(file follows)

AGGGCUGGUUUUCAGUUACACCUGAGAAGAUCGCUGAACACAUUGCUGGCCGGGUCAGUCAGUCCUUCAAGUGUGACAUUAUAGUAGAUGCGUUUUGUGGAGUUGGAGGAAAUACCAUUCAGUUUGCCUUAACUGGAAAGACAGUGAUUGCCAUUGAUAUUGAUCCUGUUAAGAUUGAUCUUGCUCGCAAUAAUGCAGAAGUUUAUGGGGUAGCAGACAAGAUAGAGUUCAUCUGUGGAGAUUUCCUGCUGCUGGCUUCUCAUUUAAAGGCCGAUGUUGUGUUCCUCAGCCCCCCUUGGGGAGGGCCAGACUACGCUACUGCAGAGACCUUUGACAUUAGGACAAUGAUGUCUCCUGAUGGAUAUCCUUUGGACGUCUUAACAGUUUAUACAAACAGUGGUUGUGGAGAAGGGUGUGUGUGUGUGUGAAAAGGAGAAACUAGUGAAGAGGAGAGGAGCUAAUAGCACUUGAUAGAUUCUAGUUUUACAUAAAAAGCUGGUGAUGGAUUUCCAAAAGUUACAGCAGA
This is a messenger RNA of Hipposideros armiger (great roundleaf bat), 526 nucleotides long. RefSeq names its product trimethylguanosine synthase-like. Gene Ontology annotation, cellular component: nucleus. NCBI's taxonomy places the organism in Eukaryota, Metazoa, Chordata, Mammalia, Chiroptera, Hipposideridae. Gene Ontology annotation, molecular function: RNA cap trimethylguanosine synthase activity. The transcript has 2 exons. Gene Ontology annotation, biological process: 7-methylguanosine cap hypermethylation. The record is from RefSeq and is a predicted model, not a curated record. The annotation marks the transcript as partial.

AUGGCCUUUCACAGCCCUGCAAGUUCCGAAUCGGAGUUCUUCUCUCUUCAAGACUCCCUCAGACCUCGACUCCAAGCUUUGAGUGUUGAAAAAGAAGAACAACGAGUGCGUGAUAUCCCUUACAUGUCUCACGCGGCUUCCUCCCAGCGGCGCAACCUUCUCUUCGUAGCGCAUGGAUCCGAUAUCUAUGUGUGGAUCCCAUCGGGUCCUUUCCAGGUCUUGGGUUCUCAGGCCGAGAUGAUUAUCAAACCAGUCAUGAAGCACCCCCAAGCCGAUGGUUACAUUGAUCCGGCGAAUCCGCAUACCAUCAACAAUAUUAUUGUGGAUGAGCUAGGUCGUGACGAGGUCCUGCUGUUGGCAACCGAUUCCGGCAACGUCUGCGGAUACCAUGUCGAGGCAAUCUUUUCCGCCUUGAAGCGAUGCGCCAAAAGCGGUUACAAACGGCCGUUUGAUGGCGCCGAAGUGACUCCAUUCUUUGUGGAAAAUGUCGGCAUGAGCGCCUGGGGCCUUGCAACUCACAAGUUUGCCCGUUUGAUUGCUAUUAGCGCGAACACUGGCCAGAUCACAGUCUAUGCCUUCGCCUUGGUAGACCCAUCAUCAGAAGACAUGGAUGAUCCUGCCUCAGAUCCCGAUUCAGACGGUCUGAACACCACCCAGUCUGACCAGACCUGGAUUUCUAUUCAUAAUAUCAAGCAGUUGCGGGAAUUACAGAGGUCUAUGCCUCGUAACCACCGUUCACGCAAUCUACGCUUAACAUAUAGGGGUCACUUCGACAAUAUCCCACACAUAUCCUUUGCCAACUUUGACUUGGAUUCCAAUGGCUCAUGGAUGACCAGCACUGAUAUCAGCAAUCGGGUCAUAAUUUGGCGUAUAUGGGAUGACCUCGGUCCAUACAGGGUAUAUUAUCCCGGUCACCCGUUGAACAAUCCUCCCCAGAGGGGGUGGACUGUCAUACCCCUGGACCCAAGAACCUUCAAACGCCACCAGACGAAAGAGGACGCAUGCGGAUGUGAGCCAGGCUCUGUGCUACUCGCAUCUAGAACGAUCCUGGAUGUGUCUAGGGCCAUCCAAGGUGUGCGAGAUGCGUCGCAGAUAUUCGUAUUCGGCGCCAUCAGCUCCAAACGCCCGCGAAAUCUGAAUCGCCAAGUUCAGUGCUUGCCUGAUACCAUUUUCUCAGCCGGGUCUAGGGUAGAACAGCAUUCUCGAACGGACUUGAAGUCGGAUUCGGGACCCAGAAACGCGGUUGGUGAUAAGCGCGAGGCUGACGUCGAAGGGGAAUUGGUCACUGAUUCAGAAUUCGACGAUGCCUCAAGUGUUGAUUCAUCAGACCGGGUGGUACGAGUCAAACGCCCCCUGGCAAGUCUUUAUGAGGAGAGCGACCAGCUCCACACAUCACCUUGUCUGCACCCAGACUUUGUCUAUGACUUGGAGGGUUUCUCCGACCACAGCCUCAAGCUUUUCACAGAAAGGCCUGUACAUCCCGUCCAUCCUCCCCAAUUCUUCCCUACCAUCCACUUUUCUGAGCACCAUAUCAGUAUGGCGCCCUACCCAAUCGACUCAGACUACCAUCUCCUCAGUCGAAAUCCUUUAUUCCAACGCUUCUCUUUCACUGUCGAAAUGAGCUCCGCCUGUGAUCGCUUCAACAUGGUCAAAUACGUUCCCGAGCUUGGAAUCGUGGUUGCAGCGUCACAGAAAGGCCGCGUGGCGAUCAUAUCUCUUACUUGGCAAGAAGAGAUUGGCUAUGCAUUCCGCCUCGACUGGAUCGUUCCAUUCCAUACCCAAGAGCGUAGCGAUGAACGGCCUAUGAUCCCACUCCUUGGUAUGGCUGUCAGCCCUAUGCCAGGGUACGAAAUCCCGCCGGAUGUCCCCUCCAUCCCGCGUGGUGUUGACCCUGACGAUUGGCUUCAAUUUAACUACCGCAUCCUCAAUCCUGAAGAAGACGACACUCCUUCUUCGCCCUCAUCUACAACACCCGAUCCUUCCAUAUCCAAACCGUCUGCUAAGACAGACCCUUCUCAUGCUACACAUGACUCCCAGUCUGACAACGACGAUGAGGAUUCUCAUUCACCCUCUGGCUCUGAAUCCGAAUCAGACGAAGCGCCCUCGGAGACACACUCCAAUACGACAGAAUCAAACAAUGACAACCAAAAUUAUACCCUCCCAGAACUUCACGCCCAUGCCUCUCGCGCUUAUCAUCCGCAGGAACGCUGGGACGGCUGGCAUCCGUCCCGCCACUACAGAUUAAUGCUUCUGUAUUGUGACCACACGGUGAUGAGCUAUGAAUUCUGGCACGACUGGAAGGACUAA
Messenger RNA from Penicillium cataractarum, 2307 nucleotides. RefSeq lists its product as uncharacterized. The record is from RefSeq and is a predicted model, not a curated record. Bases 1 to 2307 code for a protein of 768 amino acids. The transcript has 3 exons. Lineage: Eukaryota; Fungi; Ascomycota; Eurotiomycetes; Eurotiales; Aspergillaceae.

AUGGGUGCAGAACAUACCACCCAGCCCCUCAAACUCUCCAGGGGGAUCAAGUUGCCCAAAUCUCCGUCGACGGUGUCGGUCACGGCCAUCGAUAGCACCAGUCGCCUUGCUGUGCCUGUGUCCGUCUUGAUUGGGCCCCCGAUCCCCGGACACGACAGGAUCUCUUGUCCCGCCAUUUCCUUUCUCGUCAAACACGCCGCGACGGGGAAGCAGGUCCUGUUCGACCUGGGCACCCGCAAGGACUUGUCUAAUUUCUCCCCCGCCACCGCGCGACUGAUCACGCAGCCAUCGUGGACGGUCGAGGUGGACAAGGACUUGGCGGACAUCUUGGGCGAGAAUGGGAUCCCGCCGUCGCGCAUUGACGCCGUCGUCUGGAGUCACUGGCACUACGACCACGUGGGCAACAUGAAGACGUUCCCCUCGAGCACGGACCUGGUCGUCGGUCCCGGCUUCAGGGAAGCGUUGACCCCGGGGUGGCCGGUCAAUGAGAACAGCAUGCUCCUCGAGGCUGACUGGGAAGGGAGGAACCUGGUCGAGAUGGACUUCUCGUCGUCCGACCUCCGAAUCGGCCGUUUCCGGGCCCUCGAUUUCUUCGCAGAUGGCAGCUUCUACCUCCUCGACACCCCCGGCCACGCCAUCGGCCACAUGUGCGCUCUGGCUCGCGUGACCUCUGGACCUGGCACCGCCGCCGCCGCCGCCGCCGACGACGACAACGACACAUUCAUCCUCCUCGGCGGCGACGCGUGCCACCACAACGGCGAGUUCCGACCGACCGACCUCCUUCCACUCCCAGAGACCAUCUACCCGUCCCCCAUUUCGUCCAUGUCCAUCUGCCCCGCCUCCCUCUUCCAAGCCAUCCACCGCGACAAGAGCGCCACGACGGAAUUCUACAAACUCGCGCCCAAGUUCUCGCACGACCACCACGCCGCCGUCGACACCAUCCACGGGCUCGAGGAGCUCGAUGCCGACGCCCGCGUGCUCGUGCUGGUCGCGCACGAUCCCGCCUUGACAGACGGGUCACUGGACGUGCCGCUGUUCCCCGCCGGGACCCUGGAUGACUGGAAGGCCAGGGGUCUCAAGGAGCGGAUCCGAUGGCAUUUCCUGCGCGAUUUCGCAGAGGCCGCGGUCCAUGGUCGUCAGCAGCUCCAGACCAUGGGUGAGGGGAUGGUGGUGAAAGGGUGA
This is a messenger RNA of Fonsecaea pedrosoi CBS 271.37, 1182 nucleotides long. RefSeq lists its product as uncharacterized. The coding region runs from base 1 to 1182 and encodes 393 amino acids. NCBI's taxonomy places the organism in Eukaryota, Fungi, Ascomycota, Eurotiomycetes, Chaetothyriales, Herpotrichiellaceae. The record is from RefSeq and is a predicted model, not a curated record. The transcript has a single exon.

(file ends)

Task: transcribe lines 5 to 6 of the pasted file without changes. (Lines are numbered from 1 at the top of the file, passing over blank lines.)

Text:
AUGGGUGCAGAACAUACCACCCAGCCCCUCAAACUCUCCAGGGGGAUCAAGUUGCCCAAAUCUCCGUCGACGGUGUCGGUCACGGCCAUCGAUAGCACCAGUCGCCUUGCUGUGCCUGUGUCCGUCUUGAUUGGGCCCCCGAUCCCCGGACACGACAGGAUCUCUUGUCCCGCCAUUUCCUUUCUCGUCAAACACGCCGCGACGGGGAAGCAGGUCCUGUUCGACCUGGGCACCCGCAAGGACUUGUCUAAUUUCUCCCCCGCCACCGCGCGACUGAUCACGCAGCCAUCGUGGACGGUCGAGGUGGACAAGGACUUGGCGGACAUCUUGGGCGAGAAUGGGAUCCCGCCGUCGCGCAUUGACGCCGUCGUCUGGAGUCACUGGCACUACGACCACGUGGGCAACAUGAAGACGUUCCCCUCGAGCACGGACCUGGUCGUCGGUCCCGGCUUCAGGGAAGCGUUGACCCCGGGGUGGCCGGUCAAUGAGAACAGCAUGCUCCUCGAGGCUGACUGGGAAGGGAGGAACCUGGUCGAGAUGGACUUCUCGUCGUCCGACCUCCGAAUCGGCCGUUUCCGGGCCCUCGAUUUCUUCGCAGAUGGCAGCUUCUACCUCCUCGACACCCCCGGCCACGCCAUCGGCCACAUGUGCGCUCUGGCUCGCGUGACCUCUGGACCUGGCACCGCCGCCGCCGCCGCCGCCGACGACGACAACGACACAUUCAUCCUCCUCGGCGGCGACGCGUGCCACCACAACGGCGAGUUCCGACCGACCGACCUCCUUCCACUCCCAGAGACCAUCUACCCGUCCCCCAUUUCGUCCAUGUCCAUCUGCCCCGCCUCCCUCUUCCAAGCCAUCCACCGCGACAAGAGCGCCACGACGGAAUUCUACAAACUCGCGCCCAAGUUCUCGCACGACCACCACGCCGCCGUCGACACCAUCCACGGGCUCGAGGAGCUCGAUGCCGACGCCCGCGUGCUCGUGCUGGUCGCGCACGAUCCCGCCUUGACAGACGGGUCACUGGACGUGCCGCUGUUCCCCGCCGGGACCCUGGAUGACUGGAAGGCCAGGGGUCUCAAGGAGCGGAUCCGAUGGCAUUUCCUGCGCGAUUUCGCAGAGGCCGCGGUCCAUGGUCGUCAGCAGCUCCAGACCAUGGGUGAGGGGAUGGUGGUGAAAGGGUGA
This is a messenger RNA of Fonsecaea pedrosoi CBS 271.37, 1182 nucleotides long. RefSeq lists its product as uncharacterized. The coding region runs from base 1 to 1182 and encodes 393 amino acids. NCBI's taxonomy places the organism in Eukaryota, Fungi, Ascomycota, Eurotiomycetes, Chaetothyriales, Herpotrichiellaceae. The record is from RefSeq and is a predicted model, not a curated record. The transcript has a single exon.